The Taliban took over power in Afghanistan after having managed to a large part of the capital Kabul. In the presidential palace in Kabul, representatives of the Islamic fundamentalists proclaimed victory, was seen on images broadcast by the Arab channel al-Jazeera.
Major Taliban leader mullah Baradar stated that the real test to rule effectively is now going to begin by solving citizens‘ problems. The politician noted that the rapid conquest of the country has not been shown anywhere before.
What the new regime will look like and what kind of governance comes becomes clear quickly, a spokesperson said. He reiterated that the Taliban will provide security to citizens and diplomatic missions. “We are ready for dialogue with all Afghan players and will guarantee their protection.” The movement also expressed the expectation that foreign troops will not repeat their “failing experience” in Afghanistan. As an outstretched hand, a sayman would like to talk about the concerns of the international community.
President Ashraf Ghani left his country in the afternoon, and a few hours later the radical movement had taken possession of his palace. Ghani has acknowledged his defeat.
“The former Afghan president left the country,” said influential politician Abdullah Abdullah, who tried to manage the peace process in his country, in a video on his Facebook page. “God will hold him accountable,” he said.
The Secretary-General of the United Nations calls on the Taliban and others in Afghanistan to save lives and be reluctant. António Guterres said that shortly after the fundamentalist movement proclaimed victory after an unprecedented rapid advance by Afghanistan.
Guterres urged the Taliban to respect the rights of women and girls and to allow humanitarian aid unhindered.
Embassy at airport, shots heard
The Dutch Embassy in Kabul has been evacuated. A Foreign Ministry spokesperson confirms that the Embassy was moved on the night of Saturday to Sunday to a location close to the airport of the Afghan capital.
The U.S. Embassy warned Sunday of the deteriorating security situation in the capital and around the airport, where a major evacuation is taking place. Western embassy staff and staff of international aid organizations are trying to leave the country safely.
NATO Secretary-General Jens Stoltenberg has announced that the alliance will do everything to keep Kabul Airport open for evacuation. Stoltenberg has been in contact with, among others, demissionary foreign minister Sigrid Kaag, British Prime Minister Boris Johnson and the foreign ministers of Canada and Denmark about the situation in Afghanistan.
The US and NATO say they have the airport under control, but shots have been reported. Social media has complaints from people stuck at the airport in Kabul. For example, a Dutch on Twitter says it’s stuck in Kabul “because the flights have been cancelled.” This Niloufar Chinikar, working on TV youth shows for Afghanistan, blames the Netherlands for doing nothing about it. “Please help us get out of here.” She also wants a spot on a military plane.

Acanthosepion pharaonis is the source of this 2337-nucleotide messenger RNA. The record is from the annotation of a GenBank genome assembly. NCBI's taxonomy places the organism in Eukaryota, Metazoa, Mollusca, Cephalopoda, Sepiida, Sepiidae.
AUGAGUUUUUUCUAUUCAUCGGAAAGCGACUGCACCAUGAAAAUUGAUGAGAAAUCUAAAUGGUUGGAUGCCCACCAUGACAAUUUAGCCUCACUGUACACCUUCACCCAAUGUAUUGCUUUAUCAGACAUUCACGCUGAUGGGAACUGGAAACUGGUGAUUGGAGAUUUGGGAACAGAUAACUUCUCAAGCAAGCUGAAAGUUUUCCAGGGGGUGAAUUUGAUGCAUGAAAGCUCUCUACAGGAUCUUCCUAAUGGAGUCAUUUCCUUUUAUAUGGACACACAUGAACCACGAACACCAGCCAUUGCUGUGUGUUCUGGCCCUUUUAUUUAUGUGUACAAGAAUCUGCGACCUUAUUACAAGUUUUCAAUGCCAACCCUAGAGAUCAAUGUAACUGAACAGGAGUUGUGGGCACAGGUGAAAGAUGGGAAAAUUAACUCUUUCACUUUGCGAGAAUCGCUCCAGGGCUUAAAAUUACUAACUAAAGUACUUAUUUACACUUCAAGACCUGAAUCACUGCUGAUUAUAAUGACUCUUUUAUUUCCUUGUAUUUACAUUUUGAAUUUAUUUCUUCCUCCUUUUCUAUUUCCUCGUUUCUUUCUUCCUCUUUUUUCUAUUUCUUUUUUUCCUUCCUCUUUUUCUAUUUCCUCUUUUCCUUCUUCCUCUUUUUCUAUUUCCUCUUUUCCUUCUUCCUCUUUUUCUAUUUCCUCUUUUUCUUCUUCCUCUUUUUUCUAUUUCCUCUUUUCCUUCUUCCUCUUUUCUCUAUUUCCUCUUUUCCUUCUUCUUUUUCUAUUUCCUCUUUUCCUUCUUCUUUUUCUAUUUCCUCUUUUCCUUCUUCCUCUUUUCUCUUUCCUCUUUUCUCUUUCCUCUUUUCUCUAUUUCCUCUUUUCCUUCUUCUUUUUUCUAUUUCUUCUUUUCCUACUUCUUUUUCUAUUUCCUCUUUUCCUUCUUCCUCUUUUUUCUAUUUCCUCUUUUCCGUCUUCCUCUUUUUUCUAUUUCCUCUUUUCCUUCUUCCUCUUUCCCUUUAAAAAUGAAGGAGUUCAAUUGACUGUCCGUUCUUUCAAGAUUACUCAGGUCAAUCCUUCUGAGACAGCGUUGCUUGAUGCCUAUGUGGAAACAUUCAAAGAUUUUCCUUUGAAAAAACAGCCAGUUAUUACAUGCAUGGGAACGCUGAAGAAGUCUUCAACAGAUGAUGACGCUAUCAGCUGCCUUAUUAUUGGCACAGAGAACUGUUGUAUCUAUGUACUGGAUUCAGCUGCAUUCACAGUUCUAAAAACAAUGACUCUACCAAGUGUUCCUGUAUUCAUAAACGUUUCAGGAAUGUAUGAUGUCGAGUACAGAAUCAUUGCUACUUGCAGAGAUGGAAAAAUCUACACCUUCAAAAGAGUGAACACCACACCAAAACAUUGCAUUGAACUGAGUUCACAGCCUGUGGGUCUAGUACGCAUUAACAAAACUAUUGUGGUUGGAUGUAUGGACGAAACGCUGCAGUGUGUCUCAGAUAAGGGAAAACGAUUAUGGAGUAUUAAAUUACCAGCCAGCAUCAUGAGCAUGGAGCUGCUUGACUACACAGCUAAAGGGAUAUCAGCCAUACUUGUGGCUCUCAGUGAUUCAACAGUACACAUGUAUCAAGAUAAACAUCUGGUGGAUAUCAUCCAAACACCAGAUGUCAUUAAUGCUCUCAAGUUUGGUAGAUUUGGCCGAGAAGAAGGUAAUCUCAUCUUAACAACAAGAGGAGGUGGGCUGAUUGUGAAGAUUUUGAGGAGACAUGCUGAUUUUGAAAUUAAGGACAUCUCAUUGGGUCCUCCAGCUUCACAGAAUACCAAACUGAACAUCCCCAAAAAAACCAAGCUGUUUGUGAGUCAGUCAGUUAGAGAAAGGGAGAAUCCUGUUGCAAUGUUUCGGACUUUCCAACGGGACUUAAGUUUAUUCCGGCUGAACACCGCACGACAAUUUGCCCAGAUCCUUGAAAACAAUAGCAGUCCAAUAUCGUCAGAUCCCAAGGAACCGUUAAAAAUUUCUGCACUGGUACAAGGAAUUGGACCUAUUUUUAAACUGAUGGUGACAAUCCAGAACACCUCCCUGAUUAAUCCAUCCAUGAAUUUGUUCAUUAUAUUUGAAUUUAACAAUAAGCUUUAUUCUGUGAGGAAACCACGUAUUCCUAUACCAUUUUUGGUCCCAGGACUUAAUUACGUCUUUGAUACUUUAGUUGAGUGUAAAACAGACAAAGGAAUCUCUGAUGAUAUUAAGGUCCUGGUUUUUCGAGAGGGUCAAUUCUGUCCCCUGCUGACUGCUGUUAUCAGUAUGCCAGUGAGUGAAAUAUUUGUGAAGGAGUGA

Afghans cannot leave their country on a commercial flight from the capital Kabul airport for the time being. Only military flights are allowed there, a NATO spokesperson confirmed.
Afghan Interior Minister Abdul Sattar Mirzakwal, according to local media, proclaimed a curfew “to preserve order and protect citizens‘ lives and property.” The nightlife ban applies since 9pm local time (6.30 pm Dutch time) throughout the city.
District Control The Taliban
said earlier Sunday in control of half of the districts in Afghan capital Kabul. Eleven of the total 22 districts the city has, according to a spokesperson, were already in the hands of the Muslim extremist group on Sunday afternoon. The jihadists have invaded the districts to “ensure safety.”
More and more jihadists have entered the city during the day. Fighters were ordered to enter Kabul to prevent looting after soldiers and police officers left their posts.
, including from the Netherlands, have tried to train soldiers and instigate Afghans democracy and human rights after the attacks in the US of September 11, 2001. The withdrawal of US led troopsled to the rise of fundamentalists much faster than expected, who may have prepared for the rapid power grip for years.
Founded in 1994, the Taliban came to power in the Asian country at the end of the last century after the Soviet Union withdrew from Afghanistan. Their strict regime meant, among other things, women should cover their faces in public. The current class says women are allowed to go to school and study and work, but that is questioned.
The attack by the Americans and their allies at the time was the end of the Taliban administrators, who had sheltered terror group al-Qaeda. President Joe Biden’s US government has rejected criticism of the withdrawal so far and claims that the goals have been achieved.
Read all about today below, including the situation around embassies: